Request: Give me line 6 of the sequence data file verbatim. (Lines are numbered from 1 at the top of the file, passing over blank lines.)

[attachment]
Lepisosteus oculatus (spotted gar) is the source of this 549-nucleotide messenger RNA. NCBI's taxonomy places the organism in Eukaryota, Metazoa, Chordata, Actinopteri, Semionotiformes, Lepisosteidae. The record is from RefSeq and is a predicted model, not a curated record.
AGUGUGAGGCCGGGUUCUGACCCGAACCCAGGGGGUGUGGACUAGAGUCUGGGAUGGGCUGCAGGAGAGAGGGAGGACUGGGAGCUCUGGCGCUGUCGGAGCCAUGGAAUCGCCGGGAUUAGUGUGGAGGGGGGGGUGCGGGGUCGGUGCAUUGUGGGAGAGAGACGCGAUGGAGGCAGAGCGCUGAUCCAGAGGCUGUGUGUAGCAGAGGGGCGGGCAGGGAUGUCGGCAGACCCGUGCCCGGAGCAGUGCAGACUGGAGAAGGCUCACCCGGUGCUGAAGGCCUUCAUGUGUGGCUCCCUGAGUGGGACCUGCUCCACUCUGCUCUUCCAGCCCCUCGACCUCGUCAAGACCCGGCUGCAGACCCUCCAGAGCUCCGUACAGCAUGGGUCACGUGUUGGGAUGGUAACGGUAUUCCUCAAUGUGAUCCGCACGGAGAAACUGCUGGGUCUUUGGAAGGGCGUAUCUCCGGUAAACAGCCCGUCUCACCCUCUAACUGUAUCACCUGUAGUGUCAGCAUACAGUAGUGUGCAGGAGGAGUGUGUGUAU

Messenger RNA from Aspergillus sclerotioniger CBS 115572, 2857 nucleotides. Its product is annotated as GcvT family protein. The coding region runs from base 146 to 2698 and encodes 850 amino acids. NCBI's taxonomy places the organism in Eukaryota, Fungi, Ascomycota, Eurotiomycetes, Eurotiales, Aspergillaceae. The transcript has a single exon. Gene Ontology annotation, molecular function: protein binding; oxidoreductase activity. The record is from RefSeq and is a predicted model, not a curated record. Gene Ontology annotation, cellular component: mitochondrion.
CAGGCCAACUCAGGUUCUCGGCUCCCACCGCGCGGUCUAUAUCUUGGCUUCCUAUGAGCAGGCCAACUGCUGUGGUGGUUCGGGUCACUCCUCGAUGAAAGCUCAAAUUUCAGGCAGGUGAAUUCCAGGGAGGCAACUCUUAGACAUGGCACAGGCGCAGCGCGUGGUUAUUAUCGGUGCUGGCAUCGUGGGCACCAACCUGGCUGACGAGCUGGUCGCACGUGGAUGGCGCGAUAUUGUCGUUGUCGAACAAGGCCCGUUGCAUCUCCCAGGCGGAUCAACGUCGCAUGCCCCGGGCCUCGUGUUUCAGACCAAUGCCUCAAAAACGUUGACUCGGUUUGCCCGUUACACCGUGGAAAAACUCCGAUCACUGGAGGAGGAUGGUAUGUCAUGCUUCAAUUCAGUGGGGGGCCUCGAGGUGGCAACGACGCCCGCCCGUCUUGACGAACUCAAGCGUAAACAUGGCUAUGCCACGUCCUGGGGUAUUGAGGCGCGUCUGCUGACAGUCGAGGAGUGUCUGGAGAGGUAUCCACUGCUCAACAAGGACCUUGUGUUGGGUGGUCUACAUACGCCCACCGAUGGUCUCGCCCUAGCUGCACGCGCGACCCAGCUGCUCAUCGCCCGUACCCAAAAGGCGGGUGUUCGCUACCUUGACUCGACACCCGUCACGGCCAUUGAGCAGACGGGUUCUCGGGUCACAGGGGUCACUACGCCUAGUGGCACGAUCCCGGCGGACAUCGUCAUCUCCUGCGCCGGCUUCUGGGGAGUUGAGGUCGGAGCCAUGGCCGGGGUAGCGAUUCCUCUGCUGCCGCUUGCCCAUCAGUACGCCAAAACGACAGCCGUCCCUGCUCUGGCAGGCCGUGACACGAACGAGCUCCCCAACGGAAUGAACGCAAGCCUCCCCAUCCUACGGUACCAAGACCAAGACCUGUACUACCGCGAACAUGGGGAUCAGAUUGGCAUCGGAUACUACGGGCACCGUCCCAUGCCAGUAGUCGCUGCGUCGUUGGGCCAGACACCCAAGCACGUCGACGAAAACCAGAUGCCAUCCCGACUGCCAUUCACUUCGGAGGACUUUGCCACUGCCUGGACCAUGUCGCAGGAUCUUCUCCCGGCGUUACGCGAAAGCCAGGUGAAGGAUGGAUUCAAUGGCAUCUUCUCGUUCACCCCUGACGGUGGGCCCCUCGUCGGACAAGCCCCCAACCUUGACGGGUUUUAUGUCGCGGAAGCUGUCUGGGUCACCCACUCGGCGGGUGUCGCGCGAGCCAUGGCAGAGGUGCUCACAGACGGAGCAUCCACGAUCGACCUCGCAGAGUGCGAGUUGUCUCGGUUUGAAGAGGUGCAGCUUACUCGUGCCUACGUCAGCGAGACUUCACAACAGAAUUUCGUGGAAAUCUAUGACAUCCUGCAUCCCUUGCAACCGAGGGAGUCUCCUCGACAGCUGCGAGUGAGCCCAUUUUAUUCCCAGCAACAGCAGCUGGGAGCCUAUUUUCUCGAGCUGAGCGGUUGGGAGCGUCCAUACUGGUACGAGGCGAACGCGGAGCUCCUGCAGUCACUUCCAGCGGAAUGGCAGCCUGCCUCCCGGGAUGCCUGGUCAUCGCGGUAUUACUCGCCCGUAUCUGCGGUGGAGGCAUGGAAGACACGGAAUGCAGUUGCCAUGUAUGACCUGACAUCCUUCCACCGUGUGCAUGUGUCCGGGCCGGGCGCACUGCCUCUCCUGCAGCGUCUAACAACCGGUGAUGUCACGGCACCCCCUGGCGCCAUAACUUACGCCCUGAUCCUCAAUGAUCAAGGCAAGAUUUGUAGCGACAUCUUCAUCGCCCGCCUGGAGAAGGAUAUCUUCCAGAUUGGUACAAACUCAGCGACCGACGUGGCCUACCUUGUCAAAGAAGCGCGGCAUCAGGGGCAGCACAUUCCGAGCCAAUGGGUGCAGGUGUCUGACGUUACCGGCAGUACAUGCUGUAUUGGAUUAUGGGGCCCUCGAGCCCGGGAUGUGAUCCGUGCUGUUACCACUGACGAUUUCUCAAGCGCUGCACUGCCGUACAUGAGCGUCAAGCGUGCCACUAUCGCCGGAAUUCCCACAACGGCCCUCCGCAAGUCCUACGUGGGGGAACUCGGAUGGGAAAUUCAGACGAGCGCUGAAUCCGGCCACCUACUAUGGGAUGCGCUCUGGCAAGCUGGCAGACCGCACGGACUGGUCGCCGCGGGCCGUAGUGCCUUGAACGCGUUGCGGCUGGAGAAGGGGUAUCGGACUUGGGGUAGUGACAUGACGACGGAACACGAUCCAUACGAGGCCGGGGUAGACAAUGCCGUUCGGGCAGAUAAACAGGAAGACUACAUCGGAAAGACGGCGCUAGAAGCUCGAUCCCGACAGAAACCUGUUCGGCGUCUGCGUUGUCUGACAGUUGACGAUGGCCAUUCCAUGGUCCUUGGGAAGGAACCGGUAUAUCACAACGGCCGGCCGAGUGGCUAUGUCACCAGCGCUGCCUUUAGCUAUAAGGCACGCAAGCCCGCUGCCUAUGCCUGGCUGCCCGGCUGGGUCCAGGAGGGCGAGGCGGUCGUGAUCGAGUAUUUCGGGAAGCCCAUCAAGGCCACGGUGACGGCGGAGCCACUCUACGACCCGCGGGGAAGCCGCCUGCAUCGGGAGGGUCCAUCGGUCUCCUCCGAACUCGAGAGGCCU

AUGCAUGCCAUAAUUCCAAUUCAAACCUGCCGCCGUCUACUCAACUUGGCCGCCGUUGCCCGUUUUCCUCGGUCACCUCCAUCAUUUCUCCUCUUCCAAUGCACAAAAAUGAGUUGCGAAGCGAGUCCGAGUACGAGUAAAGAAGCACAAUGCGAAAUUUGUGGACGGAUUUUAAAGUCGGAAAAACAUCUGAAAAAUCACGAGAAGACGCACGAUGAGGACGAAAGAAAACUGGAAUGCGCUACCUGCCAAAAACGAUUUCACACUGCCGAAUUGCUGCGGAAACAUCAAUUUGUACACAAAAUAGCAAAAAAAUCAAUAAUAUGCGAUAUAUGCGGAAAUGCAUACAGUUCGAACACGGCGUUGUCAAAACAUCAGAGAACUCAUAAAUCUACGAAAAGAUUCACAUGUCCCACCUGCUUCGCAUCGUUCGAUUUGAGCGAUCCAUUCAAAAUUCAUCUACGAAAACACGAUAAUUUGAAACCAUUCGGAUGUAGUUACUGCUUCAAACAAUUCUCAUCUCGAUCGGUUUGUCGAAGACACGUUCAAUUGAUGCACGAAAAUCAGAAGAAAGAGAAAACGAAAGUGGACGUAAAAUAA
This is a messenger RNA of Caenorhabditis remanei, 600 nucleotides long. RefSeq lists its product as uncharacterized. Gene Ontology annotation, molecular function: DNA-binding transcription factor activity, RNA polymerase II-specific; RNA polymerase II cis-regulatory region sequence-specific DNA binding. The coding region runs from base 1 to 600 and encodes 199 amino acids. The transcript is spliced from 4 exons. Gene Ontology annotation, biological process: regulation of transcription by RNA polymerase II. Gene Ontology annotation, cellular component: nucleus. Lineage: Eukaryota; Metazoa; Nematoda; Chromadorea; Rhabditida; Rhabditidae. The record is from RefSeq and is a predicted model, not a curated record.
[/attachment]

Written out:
This is a messenger RNA of Caenorhabditis remanei, 600 nucleotides long. RefSeq lists its product as uncharacterized. Gene Ontology annotation, molecular function: DNA-binding transcription factor activity, RNA polymerase II-specific; RNA polymerase II cis-regulatory region sequence-specific DNA binding. The coding region runs from base 1 to 600 and encodes 199 amino acids. The transcript is spliced from 4 exons. Gene Ontology annotation, biological process: regulation of transcription by RNA polymerase II. Gene Ontology annotation, cellular component: nucleus. Lineage: Eukaryota; Metazoa; Nematoda; Chromadorea; Rhabditida; Rhabditidae. The record is from RefSeq and is a predicted model, not a curated record.